Digital Life

Mobile anti-virus not needed: Google

Mountain View, California: The majority of Android smartphone and tablet users do not need to install anti-virus and other security apps to protect them, despite dire warnings from security companies selling such products, Google’s head of Android security says.

Adrian Ludwig, the lead engineer for Android security at Google, said there was "a bit of a misperception" in how the company reviewed apps for its Google Play store in comparison with other stores.

Google says most users do not need anti-virus on their phone.
Google says most users do not need anti-virus on their phone. Photo: Reuters

He also said those who used security software on their phones would likely get no protection from it.

"I think ... paying for a product that you will probably never actually receive protection from is not a rational reduction of risk – but people buy things for lots of reasons."

Google's Adrian Ludwig
Google's Adrian Ludwig Photo: Ben Grubb

Mr Ludwig said every Android app goes through an automated system that checked for issues, and verified apps before they were made available on the app store.

"By the time a user goes to install an app they’ve had ... the best review of that application that is possible," he said.

The risk of potentially harmful applications ending up on users’ devices was therefore "significantly overstated" and the actual risk of a damaging app being installed was "extraordinarily low", he said.

"Certainly if you compare [the] Android [mobile operating system] to any desktop operating system, it's orders of magnitude different.

"And in practice most people will never see a potentially harmful application from our data ... [in fact] most people won't even know someone who has ever installed a potentially harmful application. So ... I believe it is an overstated risk."

Mr Ludwig was speaking to journalists at the company’s Mountain View headquarters in California a day before Google's I/O developers’ conference last week, where it was made clear that Google wanted to extend Android beyond phones and tablets to cars, watches and televisions.

He rejected reports from numerous security vendors showing Android was a hotbed for malicious software compared to other mobile platforms, saying the firms often presented their statistics in a misleading way. He said the numbers didn't show how many users were actually affected by potentially harmful applications. The reports instead focused on how many potentially malicious apps existed, and not whether they were ever installed by users.

Apple chief Tim Cook recently used industry figures at the company's Worldwide Developers conference to take a swipe at Android, saying it "dominates" the mobile malware market.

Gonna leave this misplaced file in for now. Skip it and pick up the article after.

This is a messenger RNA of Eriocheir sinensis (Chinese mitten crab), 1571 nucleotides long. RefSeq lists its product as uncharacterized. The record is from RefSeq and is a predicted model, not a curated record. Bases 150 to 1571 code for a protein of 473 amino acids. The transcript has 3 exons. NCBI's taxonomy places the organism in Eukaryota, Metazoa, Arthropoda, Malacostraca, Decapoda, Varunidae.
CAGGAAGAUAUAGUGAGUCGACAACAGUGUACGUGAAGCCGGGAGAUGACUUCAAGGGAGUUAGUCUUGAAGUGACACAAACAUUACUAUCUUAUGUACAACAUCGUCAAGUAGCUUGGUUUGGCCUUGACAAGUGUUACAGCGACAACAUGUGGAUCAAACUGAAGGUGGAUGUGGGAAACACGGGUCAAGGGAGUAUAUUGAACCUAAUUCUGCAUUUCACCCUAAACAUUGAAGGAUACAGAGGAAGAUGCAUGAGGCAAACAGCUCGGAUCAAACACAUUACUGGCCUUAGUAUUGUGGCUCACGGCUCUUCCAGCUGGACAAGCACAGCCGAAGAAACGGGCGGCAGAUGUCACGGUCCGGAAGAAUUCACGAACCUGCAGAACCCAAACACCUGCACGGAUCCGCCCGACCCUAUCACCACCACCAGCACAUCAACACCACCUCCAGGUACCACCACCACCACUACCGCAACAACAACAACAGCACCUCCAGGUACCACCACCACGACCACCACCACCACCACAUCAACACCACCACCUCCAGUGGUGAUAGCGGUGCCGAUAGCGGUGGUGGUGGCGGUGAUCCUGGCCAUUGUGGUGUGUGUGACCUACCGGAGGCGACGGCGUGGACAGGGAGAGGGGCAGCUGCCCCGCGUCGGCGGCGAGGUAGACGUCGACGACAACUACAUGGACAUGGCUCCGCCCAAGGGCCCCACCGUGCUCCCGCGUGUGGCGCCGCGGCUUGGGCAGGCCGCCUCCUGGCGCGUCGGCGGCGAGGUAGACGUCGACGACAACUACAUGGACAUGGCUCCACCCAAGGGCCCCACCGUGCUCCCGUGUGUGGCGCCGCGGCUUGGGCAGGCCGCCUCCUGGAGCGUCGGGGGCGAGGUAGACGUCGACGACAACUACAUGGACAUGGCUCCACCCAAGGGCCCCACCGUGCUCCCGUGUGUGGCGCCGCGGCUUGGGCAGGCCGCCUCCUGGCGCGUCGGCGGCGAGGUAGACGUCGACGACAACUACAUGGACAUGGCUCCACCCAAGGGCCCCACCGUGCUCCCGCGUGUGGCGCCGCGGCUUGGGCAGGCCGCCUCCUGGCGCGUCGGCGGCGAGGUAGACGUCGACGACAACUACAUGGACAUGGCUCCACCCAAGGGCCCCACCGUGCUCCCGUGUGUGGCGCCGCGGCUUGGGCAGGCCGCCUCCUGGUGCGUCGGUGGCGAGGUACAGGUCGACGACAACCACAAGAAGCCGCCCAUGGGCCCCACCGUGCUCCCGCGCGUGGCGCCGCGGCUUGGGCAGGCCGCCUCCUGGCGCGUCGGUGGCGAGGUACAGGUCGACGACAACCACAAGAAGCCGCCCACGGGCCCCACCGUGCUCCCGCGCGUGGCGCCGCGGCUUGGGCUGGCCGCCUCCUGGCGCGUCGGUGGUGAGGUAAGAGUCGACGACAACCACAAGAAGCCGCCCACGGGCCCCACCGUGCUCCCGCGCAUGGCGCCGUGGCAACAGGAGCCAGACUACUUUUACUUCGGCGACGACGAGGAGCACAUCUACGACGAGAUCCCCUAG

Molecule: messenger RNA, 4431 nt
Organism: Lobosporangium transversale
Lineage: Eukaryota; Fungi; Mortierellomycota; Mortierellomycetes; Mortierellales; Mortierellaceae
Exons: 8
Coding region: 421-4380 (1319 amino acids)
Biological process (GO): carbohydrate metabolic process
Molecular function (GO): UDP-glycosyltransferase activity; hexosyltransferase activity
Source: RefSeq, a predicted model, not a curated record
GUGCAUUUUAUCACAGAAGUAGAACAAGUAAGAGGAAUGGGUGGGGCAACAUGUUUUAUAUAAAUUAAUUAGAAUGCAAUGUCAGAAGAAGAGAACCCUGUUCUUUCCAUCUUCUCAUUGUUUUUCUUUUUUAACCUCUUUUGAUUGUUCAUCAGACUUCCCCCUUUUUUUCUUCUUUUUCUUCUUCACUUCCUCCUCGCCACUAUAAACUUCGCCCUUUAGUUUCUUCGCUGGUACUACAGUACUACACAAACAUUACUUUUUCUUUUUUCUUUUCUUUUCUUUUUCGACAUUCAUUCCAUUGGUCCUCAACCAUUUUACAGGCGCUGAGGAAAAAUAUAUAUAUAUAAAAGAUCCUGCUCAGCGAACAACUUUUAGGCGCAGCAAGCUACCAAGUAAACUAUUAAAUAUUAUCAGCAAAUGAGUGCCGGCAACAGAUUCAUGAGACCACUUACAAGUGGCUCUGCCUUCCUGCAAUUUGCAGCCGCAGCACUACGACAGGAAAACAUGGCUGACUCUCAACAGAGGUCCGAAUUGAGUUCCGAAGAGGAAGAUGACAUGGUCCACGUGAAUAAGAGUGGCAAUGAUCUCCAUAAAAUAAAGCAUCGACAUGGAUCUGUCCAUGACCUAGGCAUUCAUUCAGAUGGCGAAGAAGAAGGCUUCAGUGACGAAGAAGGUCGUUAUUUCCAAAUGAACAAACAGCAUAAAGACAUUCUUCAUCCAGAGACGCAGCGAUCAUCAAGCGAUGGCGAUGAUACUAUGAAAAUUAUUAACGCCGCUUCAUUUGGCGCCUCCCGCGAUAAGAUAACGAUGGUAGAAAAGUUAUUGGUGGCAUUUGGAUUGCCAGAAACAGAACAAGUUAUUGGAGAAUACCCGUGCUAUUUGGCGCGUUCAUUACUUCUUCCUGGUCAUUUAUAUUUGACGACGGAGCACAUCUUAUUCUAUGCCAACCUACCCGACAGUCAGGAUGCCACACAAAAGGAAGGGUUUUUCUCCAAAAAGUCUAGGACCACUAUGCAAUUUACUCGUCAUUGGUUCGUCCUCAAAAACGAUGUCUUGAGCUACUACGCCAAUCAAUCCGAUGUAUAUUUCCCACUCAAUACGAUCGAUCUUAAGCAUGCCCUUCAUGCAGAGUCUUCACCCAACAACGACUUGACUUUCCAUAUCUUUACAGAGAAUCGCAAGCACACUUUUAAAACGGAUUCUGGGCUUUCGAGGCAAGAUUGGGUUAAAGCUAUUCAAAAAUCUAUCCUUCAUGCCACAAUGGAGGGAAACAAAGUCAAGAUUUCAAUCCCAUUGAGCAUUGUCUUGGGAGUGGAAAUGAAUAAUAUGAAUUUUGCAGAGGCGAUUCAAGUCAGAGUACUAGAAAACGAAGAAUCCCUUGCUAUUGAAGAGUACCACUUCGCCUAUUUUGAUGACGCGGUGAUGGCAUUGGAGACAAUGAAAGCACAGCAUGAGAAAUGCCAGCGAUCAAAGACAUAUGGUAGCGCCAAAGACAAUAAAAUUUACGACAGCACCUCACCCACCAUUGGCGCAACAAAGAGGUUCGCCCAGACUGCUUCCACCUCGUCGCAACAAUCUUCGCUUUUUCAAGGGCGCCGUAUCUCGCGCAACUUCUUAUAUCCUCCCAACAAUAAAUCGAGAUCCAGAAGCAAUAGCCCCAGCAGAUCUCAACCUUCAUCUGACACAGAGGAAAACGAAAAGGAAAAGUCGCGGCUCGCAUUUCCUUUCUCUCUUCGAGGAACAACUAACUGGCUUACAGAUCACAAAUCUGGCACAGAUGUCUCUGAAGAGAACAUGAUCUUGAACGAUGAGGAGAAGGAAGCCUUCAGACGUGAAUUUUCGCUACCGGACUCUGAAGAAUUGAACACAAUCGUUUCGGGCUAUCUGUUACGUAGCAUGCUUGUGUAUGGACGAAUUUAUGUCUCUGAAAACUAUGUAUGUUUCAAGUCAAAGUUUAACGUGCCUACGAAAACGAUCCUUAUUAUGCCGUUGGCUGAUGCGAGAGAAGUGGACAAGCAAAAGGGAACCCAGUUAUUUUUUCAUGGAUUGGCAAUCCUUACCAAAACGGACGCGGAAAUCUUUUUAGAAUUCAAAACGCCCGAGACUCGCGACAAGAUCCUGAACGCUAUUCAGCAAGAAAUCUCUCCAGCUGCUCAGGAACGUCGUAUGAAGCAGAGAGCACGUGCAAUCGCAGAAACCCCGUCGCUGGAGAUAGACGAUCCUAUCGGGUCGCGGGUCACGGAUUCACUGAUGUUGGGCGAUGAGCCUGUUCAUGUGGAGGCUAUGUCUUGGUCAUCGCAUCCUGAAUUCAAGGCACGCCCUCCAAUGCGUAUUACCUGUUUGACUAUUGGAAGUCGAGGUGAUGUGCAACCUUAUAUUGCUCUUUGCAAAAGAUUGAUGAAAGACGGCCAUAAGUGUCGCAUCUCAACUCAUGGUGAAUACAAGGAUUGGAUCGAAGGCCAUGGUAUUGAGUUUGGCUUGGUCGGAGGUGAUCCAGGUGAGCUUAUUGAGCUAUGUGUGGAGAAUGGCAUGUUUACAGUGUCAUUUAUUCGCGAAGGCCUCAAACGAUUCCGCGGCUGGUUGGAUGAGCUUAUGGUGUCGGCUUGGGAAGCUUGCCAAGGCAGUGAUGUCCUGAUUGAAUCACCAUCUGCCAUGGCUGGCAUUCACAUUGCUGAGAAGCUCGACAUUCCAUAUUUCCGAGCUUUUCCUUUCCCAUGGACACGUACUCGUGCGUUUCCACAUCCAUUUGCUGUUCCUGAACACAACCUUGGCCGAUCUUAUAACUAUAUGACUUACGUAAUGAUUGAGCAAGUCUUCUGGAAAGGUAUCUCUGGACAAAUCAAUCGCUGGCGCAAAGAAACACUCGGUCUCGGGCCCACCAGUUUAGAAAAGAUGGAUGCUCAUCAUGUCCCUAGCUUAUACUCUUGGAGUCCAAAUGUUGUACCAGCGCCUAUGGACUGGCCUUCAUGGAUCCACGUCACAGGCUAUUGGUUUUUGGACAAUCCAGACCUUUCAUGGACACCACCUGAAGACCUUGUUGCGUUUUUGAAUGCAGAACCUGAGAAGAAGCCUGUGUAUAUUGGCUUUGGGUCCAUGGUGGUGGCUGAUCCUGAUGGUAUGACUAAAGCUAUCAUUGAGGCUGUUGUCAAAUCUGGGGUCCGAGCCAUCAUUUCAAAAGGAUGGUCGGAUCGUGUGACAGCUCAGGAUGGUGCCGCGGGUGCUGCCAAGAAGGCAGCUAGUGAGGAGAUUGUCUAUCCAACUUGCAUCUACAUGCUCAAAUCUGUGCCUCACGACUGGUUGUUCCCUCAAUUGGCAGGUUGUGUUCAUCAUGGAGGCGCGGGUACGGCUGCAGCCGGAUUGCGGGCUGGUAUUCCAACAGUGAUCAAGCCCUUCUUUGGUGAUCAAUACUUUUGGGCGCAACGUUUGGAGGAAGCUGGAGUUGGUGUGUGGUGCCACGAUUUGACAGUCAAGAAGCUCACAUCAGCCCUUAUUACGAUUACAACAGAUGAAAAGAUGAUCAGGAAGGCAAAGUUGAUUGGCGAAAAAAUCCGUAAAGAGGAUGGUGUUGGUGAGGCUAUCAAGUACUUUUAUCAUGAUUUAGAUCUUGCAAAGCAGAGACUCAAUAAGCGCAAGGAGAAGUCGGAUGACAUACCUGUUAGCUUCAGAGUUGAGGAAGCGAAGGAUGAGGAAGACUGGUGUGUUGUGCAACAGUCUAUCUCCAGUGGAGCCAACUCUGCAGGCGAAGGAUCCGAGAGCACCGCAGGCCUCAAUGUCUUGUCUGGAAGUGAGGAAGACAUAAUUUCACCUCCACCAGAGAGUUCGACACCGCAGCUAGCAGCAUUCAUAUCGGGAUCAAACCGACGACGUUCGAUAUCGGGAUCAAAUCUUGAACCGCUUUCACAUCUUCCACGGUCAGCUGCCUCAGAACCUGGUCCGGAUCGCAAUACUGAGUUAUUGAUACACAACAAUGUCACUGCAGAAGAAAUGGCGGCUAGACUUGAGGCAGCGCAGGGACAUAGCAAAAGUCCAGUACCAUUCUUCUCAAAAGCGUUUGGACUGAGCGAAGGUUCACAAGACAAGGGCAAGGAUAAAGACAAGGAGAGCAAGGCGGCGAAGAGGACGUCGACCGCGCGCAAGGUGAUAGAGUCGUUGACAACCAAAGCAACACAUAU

"It's a convenient way for [security firms] to [count] it like that because it never goes down. If you just count that number the world always looks worse, which [is what] sells their product," Mr Ludiwig said.

"The way we talk about potentially harmful applications on Android is how many users are affected," he said. "If nobody ever installs that application, does it matter? If [a potentially harmful application] never got into [the] Google Play [store], does it matter? That’s what we focus on."

Users who chose to use anti-virus on their devices would be no better off, he said.

"I don’t think 99 per cent plus users even get a benefit from [anti-virus]," Mr Ludwig said. "There’s certainly no reason that they need to install something in addition to [the security we provide].

"If I were to be in a line of work where I need that type of protection it would make sense for me to do that. [But] do I think the average user on Android needs to install [anti-virus]? Absolutely not."

But he conceded it might be useful for  the particularly security concious.

"Sometimes [anti-virus on phones] will warn you about threats," Mr Ludwig said.

He also recommended users stay on the latest Android version to stay safe.

It is not the first time Google has said people don't need security software on their phones. In 2011, a Google engineer labelled vendors who sold anti-virus software for mobiles as "charlatans and scammers" after some criticised Android for allowing too much malware.

Open source programs manager at Google Chris DiBona said then that anti-virus firms were playing on consumers' fears "to try to sell you [bullshit] protection software" and claimed that the supposed mobile malware problem was a bogus scare campaign created by the security companies.

"If you work for a company selling virus protection for Android, RIM or iOS, you should be ashamed of yourself," DiBona said in a post .

The writer travelled to Google I/O as a guest of Google.

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